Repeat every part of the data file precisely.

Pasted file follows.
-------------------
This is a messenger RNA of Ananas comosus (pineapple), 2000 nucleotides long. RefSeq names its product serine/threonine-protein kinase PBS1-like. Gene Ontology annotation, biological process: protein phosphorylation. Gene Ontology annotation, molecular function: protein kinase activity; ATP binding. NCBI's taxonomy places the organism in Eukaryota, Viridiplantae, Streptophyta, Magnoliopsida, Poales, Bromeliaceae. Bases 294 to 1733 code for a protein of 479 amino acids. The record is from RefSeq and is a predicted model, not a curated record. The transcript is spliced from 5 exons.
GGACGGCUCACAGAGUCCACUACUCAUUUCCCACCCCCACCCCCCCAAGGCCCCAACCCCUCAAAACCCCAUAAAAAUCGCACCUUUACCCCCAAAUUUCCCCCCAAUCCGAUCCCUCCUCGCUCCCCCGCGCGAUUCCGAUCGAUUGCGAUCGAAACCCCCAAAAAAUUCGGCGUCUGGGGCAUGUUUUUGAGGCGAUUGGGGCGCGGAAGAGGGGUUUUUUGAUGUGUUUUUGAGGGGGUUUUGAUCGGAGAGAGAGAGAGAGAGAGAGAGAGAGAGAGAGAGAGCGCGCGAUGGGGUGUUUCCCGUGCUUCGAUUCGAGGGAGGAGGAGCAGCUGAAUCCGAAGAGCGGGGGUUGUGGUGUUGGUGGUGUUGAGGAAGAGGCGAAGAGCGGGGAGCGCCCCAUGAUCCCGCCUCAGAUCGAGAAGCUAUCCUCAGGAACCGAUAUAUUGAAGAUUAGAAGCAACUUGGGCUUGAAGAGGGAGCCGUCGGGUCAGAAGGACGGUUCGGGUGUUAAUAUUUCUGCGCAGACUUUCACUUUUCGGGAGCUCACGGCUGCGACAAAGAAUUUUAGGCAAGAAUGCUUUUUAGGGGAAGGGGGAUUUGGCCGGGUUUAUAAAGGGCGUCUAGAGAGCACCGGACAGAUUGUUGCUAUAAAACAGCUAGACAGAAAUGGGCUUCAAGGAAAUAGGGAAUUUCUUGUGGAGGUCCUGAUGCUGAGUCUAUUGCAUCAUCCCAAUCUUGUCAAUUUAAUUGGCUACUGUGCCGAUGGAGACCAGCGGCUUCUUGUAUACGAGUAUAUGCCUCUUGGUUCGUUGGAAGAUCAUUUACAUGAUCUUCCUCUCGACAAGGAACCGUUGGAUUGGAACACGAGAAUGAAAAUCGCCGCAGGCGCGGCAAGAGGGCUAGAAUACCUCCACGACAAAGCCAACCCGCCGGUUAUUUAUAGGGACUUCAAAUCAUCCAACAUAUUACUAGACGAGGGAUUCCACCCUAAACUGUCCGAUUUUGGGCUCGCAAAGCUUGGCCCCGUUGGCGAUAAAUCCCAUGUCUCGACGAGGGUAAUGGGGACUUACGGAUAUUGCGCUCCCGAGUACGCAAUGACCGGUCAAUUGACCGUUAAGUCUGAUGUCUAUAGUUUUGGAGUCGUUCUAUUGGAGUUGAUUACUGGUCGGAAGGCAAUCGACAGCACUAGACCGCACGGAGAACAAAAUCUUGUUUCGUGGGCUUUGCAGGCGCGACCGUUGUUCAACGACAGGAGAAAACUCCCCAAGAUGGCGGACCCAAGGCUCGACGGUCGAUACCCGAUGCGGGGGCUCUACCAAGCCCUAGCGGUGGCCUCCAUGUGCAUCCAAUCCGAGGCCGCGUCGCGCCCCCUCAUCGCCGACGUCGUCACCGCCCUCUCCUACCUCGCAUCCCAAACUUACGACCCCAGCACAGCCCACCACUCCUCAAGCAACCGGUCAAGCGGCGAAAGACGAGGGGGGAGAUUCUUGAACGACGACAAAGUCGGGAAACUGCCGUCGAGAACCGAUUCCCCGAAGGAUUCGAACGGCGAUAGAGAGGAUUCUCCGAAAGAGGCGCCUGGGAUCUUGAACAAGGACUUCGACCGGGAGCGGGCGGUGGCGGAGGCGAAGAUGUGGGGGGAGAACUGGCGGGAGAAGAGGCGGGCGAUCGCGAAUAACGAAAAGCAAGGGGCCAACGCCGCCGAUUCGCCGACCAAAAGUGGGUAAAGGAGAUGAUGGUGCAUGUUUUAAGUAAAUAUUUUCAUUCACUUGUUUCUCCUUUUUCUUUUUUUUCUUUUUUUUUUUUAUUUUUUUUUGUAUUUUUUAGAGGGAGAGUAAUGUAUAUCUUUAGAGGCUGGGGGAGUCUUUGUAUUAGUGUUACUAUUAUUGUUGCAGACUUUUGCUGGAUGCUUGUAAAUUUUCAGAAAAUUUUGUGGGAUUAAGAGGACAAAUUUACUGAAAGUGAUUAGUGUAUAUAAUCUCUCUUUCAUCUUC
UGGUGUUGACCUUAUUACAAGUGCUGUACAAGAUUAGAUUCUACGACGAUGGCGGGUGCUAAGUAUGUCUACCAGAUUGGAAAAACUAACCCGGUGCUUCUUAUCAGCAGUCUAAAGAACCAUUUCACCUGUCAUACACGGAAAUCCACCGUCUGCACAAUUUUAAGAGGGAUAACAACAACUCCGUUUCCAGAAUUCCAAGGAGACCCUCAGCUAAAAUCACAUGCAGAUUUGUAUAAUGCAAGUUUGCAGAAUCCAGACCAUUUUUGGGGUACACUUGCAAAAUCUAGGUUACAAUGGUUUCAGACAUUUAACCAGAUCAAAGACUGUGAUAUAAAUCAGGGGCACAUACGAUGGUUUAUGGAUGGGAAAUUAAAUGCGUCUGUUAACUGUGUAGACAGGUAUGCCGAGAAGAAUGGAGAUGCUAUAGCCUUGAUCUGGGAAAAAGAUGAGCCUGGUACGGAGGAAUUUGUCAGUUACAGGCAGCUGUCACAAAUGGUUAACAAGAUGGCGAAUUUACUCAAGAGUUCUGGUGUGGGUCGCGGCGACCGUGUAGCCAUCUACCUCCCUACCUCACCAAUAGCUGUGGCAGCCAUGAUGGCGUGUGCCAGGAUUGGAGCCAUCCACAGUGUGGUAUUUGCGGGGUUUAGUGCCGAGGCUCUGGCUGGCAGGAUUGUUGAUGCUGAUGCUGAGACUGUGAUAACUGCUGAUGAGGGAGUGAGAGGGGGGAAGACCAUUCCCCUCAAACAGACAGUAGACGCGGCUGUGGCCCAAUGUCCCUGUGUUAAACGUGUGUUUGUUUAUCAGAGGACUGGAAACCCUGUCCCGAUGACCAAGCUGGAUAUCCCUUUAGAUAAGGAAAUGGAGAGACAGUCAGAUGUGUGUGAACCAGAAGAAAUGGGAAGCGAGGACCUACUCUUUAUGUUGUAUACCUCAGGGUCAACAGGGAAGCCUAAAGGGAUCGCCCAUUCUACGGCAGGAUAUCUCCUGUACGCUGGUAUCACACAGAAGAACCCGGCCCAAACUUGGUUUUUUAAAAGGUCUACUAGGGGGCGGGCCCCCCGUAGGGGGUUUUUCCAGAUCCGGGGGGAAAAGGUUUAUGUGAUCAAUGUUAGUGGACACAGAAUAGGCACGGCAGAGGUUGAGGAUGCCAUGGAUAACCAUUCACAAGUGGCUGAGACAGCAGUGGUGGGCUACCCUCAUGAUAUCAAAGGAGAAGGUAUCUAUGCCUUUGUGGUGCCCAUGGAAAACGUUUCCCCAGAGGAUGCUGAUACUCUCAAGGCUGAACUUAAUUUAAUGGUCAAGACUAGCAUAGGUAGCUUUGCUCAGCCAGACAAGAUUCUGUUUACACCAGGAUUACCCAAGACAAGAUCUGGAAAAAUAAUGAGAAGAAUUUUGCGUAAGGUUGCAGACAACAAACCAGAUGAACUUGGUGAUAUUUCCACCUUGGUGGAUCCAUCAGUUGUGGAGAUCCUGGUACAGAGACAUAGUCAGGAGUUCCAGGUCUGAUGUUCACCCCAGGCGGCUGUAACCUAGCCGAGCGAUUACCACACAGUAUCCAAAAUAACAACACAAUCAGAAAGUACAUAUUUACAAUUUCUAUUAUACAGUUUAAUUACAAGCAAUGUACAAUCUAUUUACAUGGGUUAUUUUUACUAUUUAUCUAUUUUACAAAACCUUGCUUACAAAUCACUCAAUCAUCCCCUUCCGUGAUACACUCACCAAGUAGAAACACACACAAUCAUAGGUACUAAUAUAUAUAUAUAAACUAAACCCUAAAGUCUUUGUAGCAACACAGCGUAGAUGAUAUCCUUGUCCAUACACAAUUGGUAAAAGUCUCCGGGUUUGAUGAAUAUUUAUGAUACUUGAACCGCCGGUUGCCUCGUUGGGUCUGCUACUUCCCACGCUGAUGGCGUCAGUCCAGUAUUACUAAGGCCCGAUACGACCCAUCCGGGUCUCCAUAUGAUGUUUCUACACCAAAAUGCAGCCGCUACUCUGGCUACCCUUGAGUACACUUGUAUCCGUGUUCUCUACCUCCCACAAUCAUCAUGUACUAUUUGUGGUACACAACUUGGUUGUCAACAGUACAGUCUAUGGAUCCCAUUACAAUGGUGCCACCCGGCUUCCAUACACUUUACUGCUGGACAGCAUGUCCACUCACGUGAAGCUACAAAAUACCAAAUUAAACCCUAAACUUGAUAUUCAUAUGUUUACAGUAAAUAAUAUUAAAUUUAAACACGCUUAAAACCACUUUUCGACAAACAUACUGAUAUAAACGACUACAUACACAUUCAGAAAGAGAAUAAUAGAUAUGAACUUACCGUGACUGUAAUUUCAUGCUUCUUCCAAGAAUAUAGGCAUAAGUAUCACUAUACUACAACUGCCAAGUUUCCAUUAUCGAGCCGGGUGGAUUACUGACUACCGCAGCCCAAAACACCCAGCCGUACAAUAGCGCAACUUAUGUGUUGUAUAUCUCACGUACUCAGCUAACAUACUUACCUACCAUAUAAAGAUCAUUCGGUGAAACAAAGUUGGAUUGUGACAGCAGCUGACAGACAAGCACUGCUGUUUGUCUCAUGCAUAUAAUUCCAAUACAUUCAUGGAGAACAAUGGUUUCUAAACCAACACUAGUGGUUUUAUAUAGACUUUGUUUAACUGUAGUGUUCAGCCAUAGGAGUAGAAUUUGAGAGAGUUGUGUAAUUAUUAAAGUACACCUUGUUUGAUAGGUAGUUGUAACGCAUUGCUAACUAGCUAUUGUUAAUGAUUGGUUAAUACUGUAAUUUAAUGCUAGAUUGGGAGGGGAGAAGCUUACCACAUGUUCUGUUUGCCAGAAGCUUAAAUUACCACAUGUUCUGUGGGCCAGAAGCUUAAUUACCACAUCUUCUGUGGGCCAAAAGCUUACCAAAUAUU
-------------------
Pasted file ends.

This is a messenger RNA of Ananas comosus (pineapple), 2000 nucleotides long. RefSeq names its product serine/threonine-protein kinase PBS1-like. Gene Ontology annotation, biological process: protein phosphorylation. Gene Ontology annotation, molecular function: protein kinase activity; ATP binding. NCBI's taxonomy places the organism in Eukaryota, Viridiplantae, Streptophyta, Magnoliopsida, Poales, Bromeliaceae. Bases 294 to 1733 code for a protein of 479 amino acids. The record is from RefSeq and is a predicted model, not a curated record. The transcript is spliced from 5 exons.
GGACGGCUCACAGAGUCCACUACUCAUUUCCCACCCCCACCCCCCCAAGGCCCCAACCCCUCAAAACCCCAUAAAAAUCGCACCUUUACCCCCAAAUUUCCCCCCAAUCCGAUCCCUCCUCGCUCCCCCGCGCGAUUCCGAUCGAUUGCGAUCGAAACCCCCAAAAAAUUCGGCGUCUGGGGCAUGUUUUUGAGGCGAUUGGGGCGCGGAAGAGGGGUUUUUUGAUGUGUUUUUGAGGGGGUUUUGAUCGGAGAGAGAGAGAGAGAGAGAGAGAGAGAGAGAGAGAGCGCGCGAUGGGGUGUUUCCCGUGCUUCGAUUCGAGGGAGGAGGAGCAGCUGAAUCCGAAGAGCGGGGGUUGUGGUGUUGGUGGUGUUGAGGAAGAGGCGAAGAGCGGGGAGCGCCCCAUGAUCCCGCCUCAGAUCGAGAAGCUAUCCUCAGGAACCGAUAUAUUGAAGAUUAGAAGCAACUUGGGCUUGAAGAGGGAGCCGUCGGGUCAGAAGGACGGUUCGGGUGUUAAUAUUUCUGCGCAGACUUUCACUUUUCGGGAGCUCACGGCUGCGACAAAGAAUUUUAGGCAAGAAUGCUUUUUAGGGGAAGGGGGAUUUGGCCGGGUUUAUAAAGGGCGUCUAGAGAGCACCGGACAGAUUGUUGCUAUAAAACAGCUAGACAGAAAUGGGCUUCAAGGAAAUAGGGAAUUUCUUGUGGAGGUCCUGAUGCUGAGUCUAUUGCAUCAUCCCAAUCUUGUCAAUUUAAUUGGCUACUGUGCCGAUGGAGACCAGCGGCUUCUUGUAUACGAGUAUAUGCCUCUUGGUUCGUUGGAAGAUCAUUUACAUGAUCUUCCUCUCGACAAGGAACCGUUGGAUUGGAACACGAGAAUGAAAAUCGCCGCAGGCGCGGCAAGAGGGCUAGAAUACCUCCACGACAAAGCCAACCCGCCGGUUAUUUAUAGGGACUUCAAAUCAUCCAACAUAUUACUAGACGAGGGAUUCCACCCUAAACUGUCCGAUUUUGGGCUCGCAAAGCUUGGCCCCGUUGGCGAUAAAUCCCAUGUCUCGACGAGGGUAAUGGGGACUUACGGAUAUUGCGCUCCCGAGUACGCAAUGACCGGUCAAUUGACCGUUAAGUCUGAUGUCUAUAGUUUUGGAGUCGUUCUAUUGGAGUUGAUUACUGGUCGGAAGGCAAUCGACAGCACUAGACCGCACGGAGAACAAAAUCUUGUUUCGUGGGCUUUGCAGGCGCGACCGUUGUUCAACGACAGGAGAAAACUCCCCAAGAUGGCGGACCCAAGGCUCGACGGUCGAUACCCGAUGCGGGGGCUCUACCAAGCCCUAGCGGUGGCCUCCAUGUGCAUCCAAUCCGAGGCCGCGUCGCGCCCCCUCAUCGCCGACGUCGUCACCGCCCUCUCCUACCUCGCAUCCCAAACUUACGACCCCAGCACAGCCCACCACUCCUCAAGCAACCGGUCAAGCGGCGAAAGACGAGGGGGGAGAUUCUUGAACGACGACAAAGUCGGGAAACUGCCGUCGAGAACCGAUUCCCCGAAGGAUUCGAACGGCGAUAGAGAGGAUUCUCCGAAAGAGGCGCCUGGGAUCUUGAACAAGGACUUCGACCGGGAGCGGGCGGUGGCGGAGGCGAAGAUGUGGGGGGAGAACUGGCGGGAGAAGAGGCGGGCGAUCGCGAAUAACGAAAAGCAAGGGGCCAACGCCGCCGAUUCGCCGACCAAAAGUGGGUAAAGGAGAUGAUGGUGCAUGUUUUAAGUAAAUAUUUUCAUUCACUUGUUUCUCCUUUUUCUUUUUUUUCUUUUUUUUUUUUAUUUUUUUUUGUAUUUUUUAGAGGGAGAGUAAUGUAUAUCUUUAGAGGCUGGGGGAGUCUUUGUAUUAGUGUUACUAUUAUUGUUGCAGACUUUUGCUGGAUGCUUGUAAAUUUUCAGAAAAUUUUGUGGGAUUAAGAGGACAAAUUUACUGAAAGUGAUUAGUGUAUAUAAUCUCUCUUUCAUCUUC
UGGUGUUGACCUUAUUACAAGUGCUGUACAAGAUUAGAUUCUACGACGAUGGCGGGUGCUAAGUAUGUCUACCAGAUUGGAAAAACUAACCCGGUGCUUCUUAUCAGCAGUCUAAAGAACCAUUUCACCUGUCAUACACGGAAAUCCACCGUCUGCACAAUUUUAAGAGGGAUAACAACAACUCCGUUUCCAGAAUUCCAAGGAGACCCUCAGCUAAAAUCACAUGCAGAUUUGUAUAAUGCAAGUUUGCAGAAUCCAGACCAUUUUUGGGGUACACUUGCAAAAUCUAGGUUACAAUGGUUUCAGACAUUUAACCAGAUCAAAGACUGUGAUAUAAAUCAGGGGCACAUACGAUGGUUUAUGGAUGGGAAAUUAAAUGCGUCUGUUAACUGUGUAGACAGGUAUGCCGAGAAGAAUGGAGAUGCUAUAGCCUUGAUCUGGGAAAAAGAUGAGCCUGGUACGGAGGAAUUUGUCAGUUACAGGCAGCUGUCACAAAUGGUUAACAAGAUGGCGAAUUUACUCAAGAGUUCUGGUGUGGGUCGCGGCGACCGUGUAGCCAUCUACCUCCCUACCUCACCAAUAGCUGUGGCAGCCAUGAUGGCGUGUGCCAGGAUUGGAGCCAUCCACAGUGUGGUAUUUGCGGGGUUUAGUGCCGAGGCUCUGGCUGGCAGGAUUGUUGAUGCUGAUGCUGAGACUGUGAUAACUGCUGAUGAGGGAGUGAGAGGGGGGAAGACCAUUCCCCUCAAACAGACAGUAGACGCGGCUGUGGCCCAAUGUCCCUGUGUUAAACGUGUGUUUGUUUAUCAGAGGACUGGAAACCCUGUCCCGAUGACCAAGCUGGAUAUCCCUUUAGAUAAGGAAAUGGAGAGACAGUCAGAUGUGUGUGAACCAGAAGAAAUGGGAAGCGAGGACCUACUCUUUAUGUUGUAUACCUCAGGGUCAACAGGGAAGCCUAAAGGGAUCGCCCAUUCUACGGCAGGAUAUCUCCUGUACGCUGGUAUCACACAGAAGAACCCGGCCCAAACUUGGUUUUUUAAAAGGUCUACUAGGGGGCGGGCCCCCCGUAGGGGGUUUUUCCAGAUCCGGGGGGAAAAGGUUUAUGUGAUCAAUGUUAGUGGACACAGAAUAGGCACGGCAGAGGUUGAGGAUGCCAUGGAUAACCAUUCACAAGUGGCUGAGACAGCAGUGGUGGGCUACCCUCAUGAUAUCAAAGGAGAAGGUAUCUAUGCCUUUGUGGUGCCCAUGGAAAACGUUUCCCCAGAGGAUGCUGAUACUCUCAAGGCUGAACUUAAUUUAAUGGUCAAGACUAGCAUAGGUAGCUUUGCUCAGCCAGACAAGAUUCUGUUUACACCAGGAUUACCCAAGACAAGAUCUGGAAAAAUAAUGAGAAGAAUUUUGCGUAAGGUUGCAGACAACAAACCAGAUGAACUUGGUGAUAUUUCCACCUUGGUGGAUCCAUCAGUUGUGGAGAUCCUGGUACAGAGACAUAGUCAGGAGUUCCAGGUCUGAUGUUCACCCCAGGCGGCUGUAACCUAGCCGAGCGAUUACCACACAGUAUCCAAAAUAACAACACAAUCAGAAAGUACAUAUUUACAAUUUCUAUUAUACAGUUUAAUUACAAGCAAUGUACAAUCUAUUUACAUGGGUUAUUUUUACUAUUUAUCUAUUUUACAAAACCUUGCUUACAAAUCACUCAAUCAUCCCCUUCCGUGAUACACUCACCAAGUAGAAACACACACAAUCAUAGGUACUAAUAUAUAUAUAUAAACUAAACCCUAAAGUCUUUGUAGCAACACAGCGUAGAUGAUAUCCUUGUCCAUACACAAUUGGUAAAAGUCUCCGGGUUUGAUGAAUAUUUAUGAUACUUGAACCGCCGGUUGCCUCGUUGGGUCUGCUACUUCCCACGCUGAUGGCGUCAGUCCAGUAUUACUAAGGCCCGAUACGACCCAUCCGGGUCUCCAUAUGAUGUUUCUACACCAAAAUGCAGCCGCUACUCUGGCUACCCUUGAGUACACUUGUAUCCGUGUUCUCUACCUCCCACAAUCAUCAUGUACUAUUUGUGGUACACAACUUGGUUGUCAACAGUACAGUCUAUGGAUCCCAUUACAAUGGUGCCACCCGGCUUCCAUACACUUUACUGCUGGACAGCAUGUCCACUCACGUGAAGCUACAAAAUACCAAAUUAAACCCUAAACUUGAUAUUCAUAUGUUUACAGUAAAUAAUAUUAAAUUUAAACACGCUUAAAACCACUUUUCGACAAACAUACUGAUAUAAACGACUACAUACACAUUCAGAAAGAGAAUAAUAGAUAUGAACUUACCGUGACUGUAAUUUCAUGCUUCUUCCAAGAAUAUAGGCAUAAGUAUCACUAUACUACAACUGCCAAGUUUCCAUUAUCGAGCCGGGUGGAUUACUGACUACCGCAGCCCAAAACACCCAGCCGUACAAUAGCGCAACUUAUGUGUUGUAUAUCUCACGUACUCAGCUAACAUACUUACCUACCAUAUAAAGAUCAUUCGGUGAAACAAAGUUGGAUUGUGACAGCAGCUGACAGACAAGCACUGCUGUUUGUCUCAUGCAUAUAAUUCCAAUACAUUCAUGGAGAACAAUGGUUUCUAAACCAACACUAGUGGUUUUAUAUAGACUUUGUUUAACUGUAGUGUUCAGCCAUAGGAGUAGAAUUUGAGAGAGUUGUGUAAUUAUUAAAGUACACCUUGUUUGAUAGGUAGUUGUAACGCAUUGCUAACUAGCUAUUGUUAAUGAUUGGUUAAUACUGUAAUUUAAUGCUAGAUUGGGAGGGGAGAAGCUUACCACAUGUUCUGUUUGCCAGAAGCUUAAAUUACCACAUGUUCUGUGGGCCAGAAGCUUAAUUACCACAUCUUCUGUGGGCCAAAAGCUUACCAAAUAUU